Further, the global average of CO2 emissions to produce one automobile at Honda plants declined by approximately 5 percent during the five year period up to 2005. Honda is working toward a further reduction by 5 percent or more by 2010, to achieve a total global reduction of 10 percent compared to the level of 2000. For motorcycle and power product production, Honda set goals to reduce CO2 emissions by 20 percent in each area.
Reducing Smog-Forming Emissions
Honda has long led the industry in reducing smog-forming vehicle emissions, including the very first LEV, ULEV, SULEV and AT-PZEV vehicles made available to U.S. consumers. For the time period covered by the UCS analysis, 99.9 percent of all model year 2005 Honda and Acura vehicles complied with the 2007 U.S. EPA Tier 2 emissions standards. To achieve the Tier 2 BIN 5 classification, a vehicle must reduce NOx (oxides of nitrogen) emissions by at least 75 percent from the previous standard.
Promoting Alternative Fuels
Honda is also pacing the industry in the development of alternative fuel technologies. The Honda FCX is the first fuel cell vehicle to be certified by U.S. EPA for regular commercial use, and the first to be placed in the hands of individual customers. Those customers include the world's first fuel cell family, the Spallinos of Redondo Beach, California, and the world's youngest fuel cell customer, 17-year-old actress Q'orianka Kilcher. In 2008, Honda will introduce its next generation fuel cell vehicle, based on the futuristically-styled FCX Concept. Powered by a more compact, powerful and efficient, Honda-developed, V Flow™ fuel cell stack, the new Honda fuel cell vehicle will rival a gasoline-powered car in its performance, range and comfort.
For the past eight years, Honda also has marketed the ultra-clean, natural gas-powered Civic GX, the only dedicated alternative fuel vehicle available to U.S. consumers in all 50 states. Further, the Civic GX is marketed to consumers in California and New York with the innovative Phill™ home refueling appliance. Natural gas is an abundant and clean-burning domestic fuel with 25 percent less CO2 emissions and 30-50 percent lower operating costs than gasoline.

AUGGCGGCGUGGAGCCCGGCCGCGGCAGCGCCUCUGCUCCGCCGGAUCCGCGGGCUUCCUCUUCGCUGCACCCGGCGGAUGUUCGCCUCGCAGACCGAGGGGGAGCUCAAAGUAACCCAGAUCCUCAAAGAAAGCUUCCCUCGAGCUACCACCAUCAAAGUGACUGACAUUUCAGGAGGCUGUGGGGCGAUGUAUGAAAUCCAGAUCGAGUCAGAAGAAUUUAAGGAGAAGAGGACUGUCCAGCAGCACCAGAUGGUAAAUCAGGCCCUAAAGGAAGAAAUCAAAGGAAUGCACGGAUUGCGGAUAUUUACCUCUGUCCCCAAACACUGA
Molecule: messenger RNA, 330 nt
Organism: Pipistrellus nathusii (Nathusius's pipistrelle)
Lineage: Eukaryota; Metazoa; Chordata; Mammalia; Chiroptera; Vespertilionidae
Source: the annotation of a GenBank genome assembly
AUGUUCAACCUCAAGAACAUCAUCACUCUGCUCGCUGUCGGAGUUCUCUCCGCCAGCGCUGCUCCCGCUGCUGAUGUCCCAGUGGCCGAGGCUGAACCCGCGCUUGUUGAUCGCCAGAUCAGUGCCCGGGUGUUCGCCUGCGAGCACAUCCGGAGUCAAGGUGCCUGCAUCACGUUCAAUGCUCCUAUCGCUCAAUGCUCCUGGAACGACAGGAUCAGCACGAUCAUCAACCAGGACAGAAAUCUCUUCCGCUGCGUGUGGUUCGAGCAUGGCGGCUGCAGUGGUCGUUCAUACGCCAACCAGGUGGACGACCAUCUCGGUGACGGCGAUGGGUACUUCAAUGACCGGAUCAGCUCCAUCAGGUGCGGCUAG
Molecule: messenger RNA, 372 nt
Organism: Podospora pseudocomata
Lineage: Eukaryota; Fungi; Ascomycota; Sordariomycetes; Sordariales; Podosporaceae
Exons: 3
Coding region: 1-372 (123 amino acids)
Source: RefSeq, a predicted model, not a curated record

Honda is also developing new technologies for cleaner, more efficient energy generation. This includes a third-generation Home Energy Station (HES) for refueling fuel cell vehicles, and the production in Japan of Honda-developed CIGS solar cells that require approximately half the energy to produce compared to traditional thin-film solar cells. Both the HES unit and a hydrogen refueling station using Honda's CIGS solar panels are in operation at Honda's U.S. R&D center in Los Angeles, California.
Union of Concerned Scientists (UCS) Report
The Union of Concerned Scientists (UCS) is the leading science-based non-profit organization working for a healthier environment and a safer world. UCS conducts an analysis of major U.S. automakers every two years. This year's report analyzed model year 2005 sales and certification standards of each company's car and light truck fleet to determine its contribution of smog-forming and heat trapping emissions. Honda also finished in first place in the 2004, 2002 and 2000 UCS reports.